Saturday, September 30, 2017

Book Review: "Best Day Ever" by Kaira Rouda

Paul Strom has the perfect romantic weekend planned for his wife Mia—their two sons will be in the care of their babysitter, and they will head to their lake house outside Columbus, Ohio.

It's been a while since they've been able to spend any time alone, given how hard Paul works to provide for their family, and how much time and effort parenthood requires. He's even planned a playlist of songs that remind them of different occasions throughout their relationship.

It's really going to be the best day ever.

As they drive up to the cottage, some little annoyances pop up. Mia starts talking about going back to work, which Paul will absolutely not tolerate, since he's the breadwinner and he wants her to be home to care for their children. Mia gets angry that they got a late start because of a mysterious phone call Paul received, so they can't stop at her favorite bakery for croissants. (This is a big deal, since Mia has become a vegetarian of late, after suffering from unexplained fatigue and weakness for a while.)

But even with the little frustrations, both Paul and Mia are committed to making the day the best ever. They want to recapture the magic of when they first met, when Paul was an up and coming executive at an advertising agency, and Mia was a young copywriter. At that moment, Paul knew what he wanted—Mia—and he always got what he wanted, no matter what. And Mia loved how in control Paul was, and how he won her over.

Things haven't been perfect between them lately, but how often do marriages run into tough times? Paul is determined to make everything better. But why are Mia's questions putting him on edge? Is she testing him, or does she suspect him of something?

Is there such a thing as a perfect marriage? Best Day Ever explores how well we really know our spouses, and explores how quickly a fragile trust can be broken down. Kaira Rouda throws lots of twists and turns into the plot, which spans a little more than one day in the life of a couple. She also introduces another creepy main character into the literary world, as Paul Strom is definitely the type of person you wouldn't want to encounter.

I wasn't sure what to expect from this book. I had seen some tremendously positive reviews and some lukewarm ones, and given how many thrillers I read, I wasn't sure if Rouda would be able to surprise me. The truth is, even though this is a familiar story, Rouda knows how to ratchet up the tension little by little, so you really are left wondering just how she'll tie everything together.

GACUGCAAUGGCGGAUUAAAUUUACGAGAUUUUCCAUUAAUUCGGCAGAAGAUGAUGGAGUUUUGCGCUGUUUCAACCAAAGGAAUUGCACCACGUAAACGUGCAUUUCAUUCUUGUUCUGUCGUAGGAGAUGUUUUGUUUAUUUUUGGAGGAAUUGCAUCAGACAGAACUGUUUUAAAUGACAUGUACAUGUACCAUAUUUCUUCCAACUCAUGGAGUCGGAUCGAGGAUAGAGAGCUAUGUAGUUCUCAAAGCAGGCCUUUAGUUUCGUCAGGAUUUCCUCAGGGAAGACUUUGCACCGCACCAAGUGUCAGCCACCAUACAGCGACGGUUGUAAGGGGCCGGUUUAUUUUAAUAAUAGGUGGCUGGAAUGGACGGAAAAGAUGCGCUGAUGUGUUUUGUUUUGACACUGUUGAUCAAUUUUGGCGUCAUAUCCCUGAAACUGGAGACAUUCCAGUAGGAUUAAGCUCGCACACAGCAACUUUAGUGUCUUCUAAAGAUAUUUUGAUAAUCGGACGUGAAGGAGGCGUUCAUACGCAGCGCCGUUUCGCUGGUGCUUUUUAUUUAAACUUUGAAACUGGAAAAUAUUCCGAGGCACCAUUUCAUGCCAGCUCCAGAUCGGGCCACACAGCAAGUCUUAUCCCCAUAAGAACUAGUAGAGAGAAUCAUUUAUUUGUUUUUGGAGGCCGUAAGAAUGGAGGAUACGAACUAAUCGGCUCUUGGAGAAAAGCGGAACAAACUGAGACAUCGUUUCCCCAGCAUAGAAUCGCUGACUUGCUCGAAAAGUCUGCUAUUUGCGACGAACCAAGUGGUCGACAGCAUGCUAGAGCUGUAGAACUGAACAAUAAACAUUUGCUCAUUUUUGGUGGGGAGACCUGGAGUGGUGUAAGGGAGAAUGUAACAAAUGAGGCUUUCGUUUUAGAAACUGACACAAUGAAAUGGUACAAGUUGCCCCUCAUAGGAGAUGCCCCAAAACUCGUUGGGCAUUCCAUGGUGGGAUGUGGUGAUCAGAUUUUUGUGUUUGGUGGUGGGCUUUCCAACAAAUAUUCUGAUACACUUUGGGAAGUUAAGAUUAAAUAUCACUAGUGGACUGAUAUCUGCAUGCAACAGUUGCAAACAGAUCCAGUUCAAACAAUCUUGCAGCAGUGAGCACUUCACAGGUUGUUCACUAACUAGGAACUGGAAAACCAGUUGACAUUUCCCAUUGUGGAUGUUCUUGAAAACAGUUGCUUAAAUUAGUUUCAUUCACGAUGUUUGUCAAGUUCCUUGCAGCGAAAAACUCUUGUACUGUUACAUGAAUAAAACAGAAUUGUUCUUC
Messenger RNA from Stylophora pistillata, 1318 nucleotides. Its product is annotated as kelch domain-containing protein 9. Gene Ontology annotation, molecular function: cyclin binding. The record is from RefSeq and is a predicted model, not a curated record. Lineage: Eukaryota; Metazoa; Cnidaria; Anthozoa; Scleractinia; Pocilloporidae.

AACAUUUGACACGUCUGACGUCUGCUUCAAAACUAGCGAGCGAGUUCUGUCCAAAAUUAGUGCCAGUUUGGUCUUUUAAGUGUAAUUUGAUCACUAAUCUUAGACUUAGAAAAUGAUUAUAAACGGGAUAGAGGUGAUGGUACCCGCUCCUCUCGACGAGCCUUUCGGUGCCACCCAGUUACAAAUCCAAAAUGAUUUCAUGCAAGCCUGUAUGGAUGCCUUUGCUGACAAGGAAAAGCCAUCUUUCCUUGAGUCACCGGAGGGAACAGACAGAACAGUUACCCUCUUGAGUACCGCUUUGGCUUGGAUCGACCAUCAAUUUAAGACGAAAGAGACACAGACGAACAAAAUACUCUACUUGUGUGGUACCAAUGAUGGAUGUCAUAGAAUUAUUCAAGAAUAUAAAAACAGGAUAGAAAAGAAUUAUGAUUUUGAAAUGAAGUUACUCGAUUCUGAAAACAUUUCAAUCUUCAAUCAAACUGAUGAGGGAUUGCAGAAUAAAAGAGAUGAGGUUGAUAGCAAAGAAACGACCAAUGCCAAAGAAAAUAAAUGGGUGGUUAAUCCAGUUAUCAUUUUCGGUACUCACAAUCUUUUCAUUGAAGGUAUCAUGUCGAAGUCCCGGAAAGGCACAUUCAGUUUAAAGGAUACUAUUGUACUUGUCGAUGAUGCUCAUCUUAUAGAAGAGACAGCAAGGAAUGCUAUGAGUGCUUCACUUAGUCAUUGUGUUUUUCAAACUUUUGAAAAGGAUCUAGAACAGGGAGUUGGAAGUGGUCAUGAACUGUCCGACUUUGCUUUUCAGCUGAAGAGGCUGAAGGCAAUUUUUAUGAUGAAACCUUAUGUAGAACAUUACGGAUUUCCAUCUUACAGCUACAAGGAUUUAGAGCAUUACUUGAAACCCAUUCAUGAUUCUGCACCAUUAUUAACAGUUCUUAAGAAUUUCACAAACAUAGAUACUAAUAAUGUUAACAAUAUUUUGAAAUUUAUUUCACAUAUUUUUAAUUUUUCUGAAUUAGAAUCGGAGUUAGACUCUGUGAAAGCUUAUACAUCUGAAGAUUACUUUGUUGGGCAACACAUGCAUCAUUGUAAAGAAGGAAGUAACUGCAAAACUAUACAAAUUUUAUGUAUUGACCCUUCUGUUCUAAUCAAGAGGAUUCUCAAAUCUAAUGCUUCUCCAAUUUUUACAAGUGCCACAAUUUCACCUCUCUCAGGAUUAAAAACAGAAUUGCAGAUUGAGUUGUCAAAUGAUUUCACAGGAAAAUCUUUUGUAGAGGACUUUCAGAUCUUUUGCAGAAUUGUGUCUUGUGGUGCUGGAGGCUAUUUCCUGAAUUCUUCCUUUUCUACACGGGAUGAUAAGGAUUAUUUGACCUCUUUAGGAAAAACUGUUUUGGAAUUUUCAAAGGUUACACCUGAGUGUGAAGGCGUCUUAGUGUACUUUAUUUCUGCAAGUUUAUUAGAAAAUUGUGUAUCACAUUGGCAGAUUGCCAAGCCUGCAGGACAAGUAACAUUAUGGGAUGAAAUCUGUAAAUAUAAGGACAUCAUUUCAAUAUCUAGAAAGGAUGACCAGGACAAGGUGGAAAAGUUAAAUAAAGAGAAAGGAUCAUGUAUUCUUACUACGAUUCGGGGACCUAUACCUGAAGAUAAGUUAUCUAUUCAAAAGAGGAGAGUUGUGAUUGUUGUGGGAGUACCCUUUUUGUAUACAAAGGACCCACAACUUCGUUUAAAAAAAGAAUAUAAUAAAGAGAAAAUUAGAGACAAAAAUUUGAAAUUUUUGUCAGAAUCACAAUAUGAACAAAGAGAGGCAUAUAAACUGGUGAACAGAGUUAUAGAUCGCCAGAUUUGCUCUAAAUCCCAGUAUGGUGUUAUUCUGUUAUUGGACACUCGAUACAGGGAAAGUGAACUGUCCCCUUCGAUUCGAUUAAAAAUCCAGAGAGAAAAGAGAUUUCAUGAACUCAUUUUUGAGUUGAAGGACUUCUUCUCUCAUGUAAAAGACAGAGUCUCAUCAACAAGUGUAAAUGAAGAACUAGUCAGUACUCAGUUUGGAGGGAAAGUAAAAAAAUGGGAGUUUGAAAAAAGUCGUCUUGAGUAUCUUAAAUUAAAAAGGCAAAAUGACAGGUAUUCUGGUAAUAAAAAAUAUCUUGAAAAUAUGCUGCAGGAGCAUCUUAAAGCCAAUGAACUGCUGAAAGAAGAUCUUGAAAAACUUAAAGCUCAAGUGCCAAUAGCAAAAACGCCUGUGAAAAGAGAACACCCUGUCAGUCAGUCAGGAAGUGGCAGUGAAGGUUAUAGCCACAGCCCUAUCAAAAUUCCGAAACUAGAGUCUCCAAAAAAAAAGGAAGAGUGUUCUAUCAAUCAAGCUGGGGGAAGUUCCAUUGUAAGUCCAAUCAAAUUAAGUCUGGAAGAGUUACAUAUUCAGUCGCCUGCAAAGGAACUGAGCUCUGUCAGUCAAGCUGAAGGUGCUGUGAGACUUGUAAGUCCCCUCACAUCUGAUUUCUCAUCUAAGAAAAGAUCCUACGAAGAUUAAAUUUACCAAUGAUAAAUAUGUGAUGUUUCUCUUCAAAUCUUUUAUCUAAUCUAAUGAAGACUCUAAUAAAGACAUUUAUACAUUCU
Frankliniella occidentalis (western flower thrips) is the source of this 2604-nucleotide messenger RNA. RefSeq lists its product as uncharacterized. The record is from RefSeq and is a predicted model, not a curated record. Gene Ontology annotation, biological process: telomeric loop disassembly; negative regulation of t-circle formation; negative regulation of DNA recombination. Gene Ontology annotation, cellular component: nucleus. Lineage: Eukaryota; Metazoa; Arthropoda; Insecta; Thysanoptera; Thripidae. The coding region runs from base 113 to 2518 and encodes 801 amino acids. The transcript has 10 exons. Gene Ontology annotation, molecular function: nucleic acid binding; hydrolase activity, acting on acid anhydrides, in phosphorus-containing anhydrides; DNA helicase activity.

This is a fast read—I devoured the book in a day. It was a little predictable in places but I liked disliking these characters so much. Rouda definitely has a great deal of talent, and I'll be interested to see what she comes up with next.

Book Review: "Invictus" by Ryan Graudin

Looking to take a bit of a rollicking ride, meshing time travel, history, and science fiction? Check out Ryan Graudin's Invictus, and get ready to head into the future—and back into the past.

Farway ("Far") Gaius McCarthy is the son of a time traveler from 2354 AD and a gladiator from ancient Rome. For all intents and purposes, he shouldn't have even been born, since his existence challenges the laws of time. Growing up hearing of his mother's exploits throughout time, there is nothing he has wanted more than to follow in her footsteps.

When Far fails the final exam he needs to be admitted into the government's time travel program, he insists that someone hacked into the system, but his dreams are crushed. So when he is offered the opportunity to captain his own ship and lead his own crew, he jumps at the chance, even if it means being under the thumb of a criminal, who forces Far to travel throughout time, stealing valuable antiquities and black market delicacies.

As captain, Far hits his stride, and he and his crew travel through time, sometimes barely escaping danger, but never missing an adventure. And then on a journey to steal a valuable book from the Titanic before it sinks, Far encounters Eliot, a mysterious young woman whom he believes he's seen before, and who always seems to be just a step or two ahead of him, throwing his missions into chaos.

It turns out Eliot is more connected to Far than anyone knows, and has secrets that have major ramifications for his future and those of his crew—not to mention their pasts. Yet as much as they don't know whether to trust her or fear her, they have to decide whether her warnings about the imminent danger to time are true, and if so, what they can do to change things before everything changes around them.

Invictus is a fun adventure, one which raises interesting theories of time and how the slightest moves can impact the world and history. Graudin has created a fascinating cast of characters, full of quirky personalities, and you find yourself rooting for them to get out of the scrapes in which they find themselves, even though in many cases they're technically committing crimes.